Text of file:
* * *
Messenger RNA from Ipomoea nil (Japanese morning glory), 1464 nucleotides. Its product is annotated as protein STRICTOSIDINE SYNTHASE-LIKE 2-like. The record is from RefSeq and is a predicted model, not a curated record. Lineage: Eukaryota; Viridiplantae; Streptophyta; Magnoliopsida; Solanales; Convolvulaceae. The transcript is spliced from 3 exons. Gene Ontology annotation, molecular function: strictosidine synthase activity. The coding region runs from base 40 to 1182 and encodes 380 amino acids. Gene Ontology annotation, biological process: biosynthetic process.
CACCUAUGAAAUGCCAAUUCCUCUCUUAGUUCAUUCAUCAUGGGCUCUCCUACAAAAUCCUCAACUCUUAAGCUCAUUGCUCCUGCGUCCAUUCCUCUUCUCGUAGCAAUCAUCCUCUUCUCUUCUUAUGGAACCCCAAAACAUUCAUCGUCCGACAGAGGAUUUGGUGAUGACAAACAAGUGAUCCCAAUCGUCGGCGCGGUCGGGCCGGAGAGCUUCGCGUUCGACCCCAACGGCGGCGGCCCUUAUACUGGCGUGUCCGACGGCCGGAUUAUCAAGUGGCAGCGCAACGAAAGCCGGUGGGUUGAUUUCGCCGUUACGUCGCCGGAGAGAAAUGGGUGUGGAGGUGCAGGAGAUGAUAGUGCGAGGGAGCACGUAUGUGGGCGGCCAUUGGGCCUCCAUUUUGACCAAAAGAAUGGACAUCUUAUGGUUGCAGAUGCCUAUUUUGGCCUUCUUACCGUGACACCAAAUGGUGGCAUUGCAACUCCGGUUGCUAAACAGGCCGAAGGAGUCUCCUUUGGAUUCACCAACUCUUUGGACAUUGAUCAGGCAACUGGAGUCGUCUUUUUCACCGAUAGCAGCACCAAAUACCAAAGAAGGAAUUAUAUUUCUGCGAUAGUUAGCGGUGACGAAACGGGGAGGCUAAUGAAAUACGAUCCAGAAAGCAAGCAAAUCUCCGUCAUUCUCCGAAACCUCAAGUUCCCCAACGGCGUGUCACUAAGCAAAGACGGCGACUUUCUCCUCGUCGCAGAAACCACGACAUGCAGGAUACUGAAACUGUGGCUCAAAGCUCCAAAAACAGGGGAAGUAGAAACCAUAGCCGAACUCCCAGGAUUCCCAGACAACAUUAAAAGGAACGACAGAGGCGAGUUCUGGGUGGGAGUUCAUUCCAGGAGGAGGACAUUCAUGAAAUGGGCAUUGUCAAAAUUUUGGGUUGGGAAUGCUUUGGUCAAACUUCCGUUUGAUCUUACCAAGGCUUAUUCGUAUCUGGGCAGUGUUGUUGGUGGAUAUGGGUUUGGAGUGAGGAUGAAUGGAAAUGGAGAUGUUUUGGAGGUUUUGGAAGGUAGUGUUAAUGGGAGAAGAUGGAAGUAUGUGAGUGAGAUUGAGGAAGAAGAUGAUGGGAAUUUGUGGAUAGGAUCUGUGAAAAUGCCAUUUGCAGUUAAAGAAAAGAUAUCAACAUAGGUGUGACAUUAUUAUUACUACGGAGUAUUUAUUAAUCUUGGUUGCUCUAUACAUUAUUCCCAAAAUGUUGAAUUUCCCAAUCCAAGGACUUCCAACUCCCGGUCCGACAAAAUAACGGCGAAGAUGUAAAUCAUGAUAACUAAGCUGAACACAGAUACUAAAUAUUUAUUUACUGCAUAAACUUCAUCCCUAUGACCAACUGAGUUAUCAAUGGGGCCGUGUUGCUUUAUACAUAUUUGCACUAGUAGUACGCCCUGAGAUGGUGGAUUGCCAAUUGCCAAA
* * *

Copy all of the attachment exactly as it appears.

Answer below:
Messenger RNA from Ipomoea nil (Japanese morning glory), 1464 nucleotides. Its product is annotated as protein STRICTOSIDINE SYNTHASE-LIKE 2-like. The record is from RefSeq and is a predicted model, not a curated record. Lineage: Eukaryota; Viridiplantae; Streptophyta; Magnoliopsida; Solanales; Convolvulaceae. The transcript is spliced from 3 exons. Gene Ontology annotation, molecular function: strictosidine synthase activity. The coding region runs from base 40 to 1182 and encodes 380 amino acids. Gene Ontology annotation, biological process: biosynthetic process.
CACCUAUGAAAUGCCAAUUCCUCUCUUAGUUCAUUCAUCAUGGGCUCUCCUACAAAAUCCUCAACUCUUAAGCUCAUUGCUCCUGCGUCCAUUCCUCUUCUCGUAGCAAUCAUCCUCUUCUCUUCUUAUGGAACCCCAAAACAUUCAUCGUCCGACAGAGGAUUUGGUGAUGACAAACAAGUGAUCCCAAUCGUCGGCGCGGUCGGGCCGGAGAGCUUCGCGUUCGACCCCAACGGCGGCGGCCCUUAUACUGGCGUGUCCGACGGCCGGAUUAUCAAGUGGCAGCGCAACGAAAGCCGGUGGGUUGAUUUCGCCGUUACGUCGCCGGAGAGAAAUGGGUGUGGAGGUGCAGGAGAUGAUAGUGCGAGGGAGCACGUAUGUGGGCGGCCAUUGGGCCUCCAUUUUGACCAAAAGAAUGGACAUCUUAUGGUUGCAGAUGCCUAUUUUGGCCUUCUUACCGUGACACCAAAUGGUGGCAUUGCAACUCCGGUUGCUAAACAGGCCGAAGGAGUCUCCUUUGGAUUCACCAACUCUUUGGACAUUGAUCAGGCAACUGGAGUCGUCUUUUUCACCGAUAGCAGCACCAAAUACCAAAGAAGGAAUUAUAUUUCUGCGAUAGUUAGCGGUGACGAAACGGGGAGGCUAAUGAAAUACGAUCCAGAAAGCAAGCAAAUCUCCGUCAUUCUCCGAAACCUCAAGUUCCCCAACGGCGUGUCACUAAGCAAAGACGGCGACUUUCUCCUCGUCGCAGAAACCACGACAUGCAGGAUACUGAAACUGUGGCUCAAAGCUCCAAAAACAGGGGAAGUAGAAACCAUAGCCGAACUCCCAGGAUUCCCAGACAACAUUAAAAGGAACGACAGAGGCGAGUUCUGGGUGGGAGUUCAUUCCAGGAGGAGGACAUUCAUGAAAUGGGCAUUGUCAAAAUUUUGGGUUGGGAAUGCUUUGGUCAAACUUCCGUUUGAUCUUACCAAGGCUUAUUCGUAUCUGGGCAGUGUUGUUGGUGGAUAUGGGUUUGGAGUGAGGAUGAAUGGAAAUGGAGAUGUUUUGGAGGUUUUGGAAGGUAGUGUUAAUGGGAGAAGAUGGAAGUAUGUGAGUGAGAUUGAGGAAGAAGAUGAUGGGAAUUUGUGGAUAGGAUCUGUGAAAAUGCCAUUUGCAGUUAAAGAAAAGAUAUCAACAUAGGUGUGACAUUAUUAUUACUACGGAGUAUUUAUUAAUCUUGGUUGCUCUAUACAUUAUUCCCAAAAUGUUGAAUUUCCCAAUCCAAGGACUUCCAACUCCCGGUCCGACAAAAUAACGGCGAAGAUGUAAAUCAUGAUAACUAAGCUGAACACAGAUACUAAAUAUUUAUUUACUGCAUAAACUUCAUCCCUAUGACCAACUGAGUUAUCAAUGGGGCCGUGUUGCUUUAUACAUAUUUGCACUAGUAGUACGCCCUGAGAUGGUGGAUUGCCAAUUGCCAAA